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Disability activists protest at White House over institutions

Most people would agree that they would rather live at home as long as possible as they get older, or when a disability limits their ability to care for themselves. Living in even the most comfortable nursing home or institution can mean a loss of privacy and dignity, and a sense of isolation from the rest of the world.

Fighting for the right to be part of society was what motivated a series of demonstrations in Washington by around 200 disability rights activists recently. A total of 52 of the protesters were fined for demonstrating on the sidewalk outside the White House. Others gathered at the U.S. Department of Justice and at the home of the head of that agency’s Civil Rights Division.

The protestors, a group called ADAPT, had two messages for the Obama administration, both related to disabled Americans’ living situations. They urged the president to introduce legislation that would shift America’s severely disabled population into private housing and away from institutions. ADAPT also wanted Obama to introduce legislation enforcing the integration mandate in the Americans with Disabilities Act, in the wake of a U.S. Supreme Court decision calling unnecessary institutional segregation an ADA violation.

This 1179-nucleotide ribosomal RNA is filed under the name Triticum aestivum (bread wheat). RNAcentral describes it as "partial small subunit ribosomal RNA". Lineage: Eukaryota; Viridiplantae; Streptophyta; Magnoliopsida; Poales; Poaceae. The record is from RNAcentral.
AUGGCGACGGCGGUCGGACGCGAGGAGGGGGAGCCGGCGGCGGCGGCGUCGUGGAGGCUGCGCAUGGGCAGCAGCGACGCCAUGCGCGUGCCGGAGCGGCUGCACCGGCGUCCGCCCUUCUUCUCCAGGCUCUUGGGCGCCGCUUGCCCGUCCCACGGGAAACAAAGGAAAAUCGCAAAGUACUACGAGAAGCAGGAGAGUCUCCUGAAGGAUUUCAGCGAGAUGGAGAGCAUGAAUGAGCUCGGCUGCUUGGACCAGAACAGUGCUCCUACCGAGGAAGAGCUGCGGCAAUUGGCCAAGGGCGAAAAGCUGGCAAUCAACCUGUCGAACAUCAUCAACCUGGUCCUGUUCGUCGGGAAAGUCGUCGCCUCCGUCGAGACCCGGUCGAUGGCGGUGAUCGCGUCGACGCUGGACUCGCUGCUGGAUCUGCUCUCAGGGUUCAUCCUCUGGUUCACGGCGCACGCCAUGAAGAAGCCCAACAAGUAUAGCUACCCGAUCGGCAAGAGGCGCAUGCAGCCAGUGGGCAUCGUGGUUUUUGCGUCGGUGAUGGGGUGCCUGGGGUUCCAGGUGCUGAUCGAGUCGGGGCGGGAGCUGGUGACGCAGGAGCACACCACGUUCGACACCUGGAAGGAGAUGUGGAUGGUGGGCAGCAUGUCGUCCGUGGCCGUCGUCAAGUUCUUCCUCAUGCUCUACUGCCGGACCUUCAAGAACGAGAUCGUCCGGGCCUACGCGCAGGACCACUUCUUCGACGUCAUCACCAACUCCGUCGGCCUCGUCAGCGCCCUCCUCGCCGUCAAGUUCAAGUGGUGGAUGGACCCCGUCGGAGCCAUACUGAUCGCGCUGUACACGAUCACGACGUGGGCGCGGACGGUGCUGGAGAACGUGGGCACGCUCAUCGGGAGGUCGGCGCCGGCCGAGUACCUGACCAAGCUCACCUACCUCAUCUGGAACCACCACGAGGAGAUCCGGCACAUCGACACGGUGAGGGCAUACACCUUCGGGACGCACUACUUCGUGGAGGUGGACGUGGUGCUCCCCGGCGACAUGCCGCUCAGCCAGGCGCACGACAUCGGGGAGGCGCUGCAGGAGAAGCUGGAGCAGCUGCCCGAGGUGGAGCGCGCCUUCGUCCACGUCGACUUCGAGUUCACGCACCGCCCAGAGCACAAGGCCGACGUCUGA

U.S. Park Police cited the White House demonstrators for blocking passage, a $50 fine. None of the protesters was taken into police custody.

An ADAPT organizer told Disability Scoop that the Obama administration is ignoring the “most fundamental and inalienable rights” of disabled Americans living in nursing homes and institutions. Officials at the White House said the president is committed to “expanding opportunities” for disabled people, without going into specifics.

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